With ISIS in control of a chunk of Libya and Tunisia militarizing after a deadly terrorist attack, an article appears in the United Arab Emirates' The National warning of a "narco-jihadist" threat in North Africa. The commentary by Abdelkader Cheref, a professor at the State University of New York, warns that "huge quantities of Moroccan hashish transit through the Sahara where so-called narco-jihadists, who control a triangle of no-man's land between northern Mali and Niger, eastern Mauritania, southern Algeria and Libya, smuggle the shipments to Europe. There are mounting concerns regarding the links between Moroccan drug barons and narco-jihadists linked to Al Qaeda in the Islamic Maghreb and the Movement for Unity and Jihad in West Africa."
Amnesty International called Jan. 15 for the release of three anti-slavery activists who were imprisoned in Mauritania. One of the imprisoned activists is prominent opposition politician Biram Ould Dah Ould Abeid, who was the runner-up in last June's presidential elections. The former presidential candidate is also the president of the Initiative for the Resurgence of the Abolitionist Movement (IRA) and won a UN Human Rights Prize in 2013. The three activists were given two-year sentences after being convicted of membership of an unrecognized organization and of taking part in an unauthorized assembly. The court acquitted seven other activists. Protesters outside the courthouse demonstrating against the judgment were dispersed by police with batons and tear gas. The IRA members that were arrested were engaged in a peaceful campaign to raise awareness about land rights for people of slave descent. Slave descendants who work on the land do not have any rights and must give a portion of their crops to their traditional masters. Police broke up the peaceful IRA meeting due to the absence of documents authorizing the group to meet, despite the fact that the IRA had requested the documents. AI called the sentence "politically motivated."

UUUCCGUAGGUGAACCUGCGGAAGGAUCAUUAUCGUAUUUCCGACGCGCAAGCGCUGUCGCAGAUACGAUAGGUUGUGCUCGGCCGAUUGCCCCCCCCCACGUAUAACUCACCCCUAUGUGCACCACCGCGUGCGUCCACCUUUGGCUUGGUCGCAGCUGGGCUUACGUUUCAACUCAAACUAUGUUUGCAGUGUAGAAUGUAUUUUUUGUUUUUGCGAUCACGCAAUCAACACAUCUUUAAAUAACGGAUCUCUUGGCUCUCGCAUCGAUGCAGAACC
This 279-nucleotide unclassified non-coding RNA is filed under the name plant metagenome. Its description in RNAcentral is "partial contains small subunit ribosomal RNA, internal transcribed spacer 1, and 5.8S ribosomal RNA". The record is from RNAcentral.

Blogger Cheikh Ould Mohamed of Mauritania was sentenced to death for apostasy on Dec. 25 after a court convicted him of "speaking lightly of the Prophet Mohammed" on websites. The defendant fainted when the ruling was read out in a court in the port town of Nouadhibou, judicial sources told AFP. He was revived and taken to prison. Mohamed says he is repentant, and his lawyer pleaded for leniency. Mauritania has the death penalty, although Amnesty International says it has not carried out any executions since 1987. Sharia law is recognized, but enforcement of strict punishments such as floggings have been rare since the 1980s. (AFP via Al Arabiya, Dec. 25) Supporters have launched a Free Mohamed Cheikh wesbite.
Parties that make up Mauritania's Coordination of the Democratic Opposition (COD) have announced a boycott of November's legislative and municipal elections after talks with the government collapsed without agreement earlier this month. The ruling Union for the Republic is the only party fielding candidates in every district, with the next highest representation from Islamist group Tewassoul, the only member of the 11-party COD that will field candidates. Tewassoul calls its participation a form of struggle against the "dictatorship" of President Mohamed Ould Abdel Aziz, who took power in a 2008 coup. The opposition is demanding the polls be postponed until April to allow time for a voter census and guarantees of the independence of the electoral commission. A vote was due in 2011 but has been repeatedly delayed due to disagreements between the opposition and government. The last legislative election was held in 2006. (AFP, Oct. 29; Reuters, Oct. 4)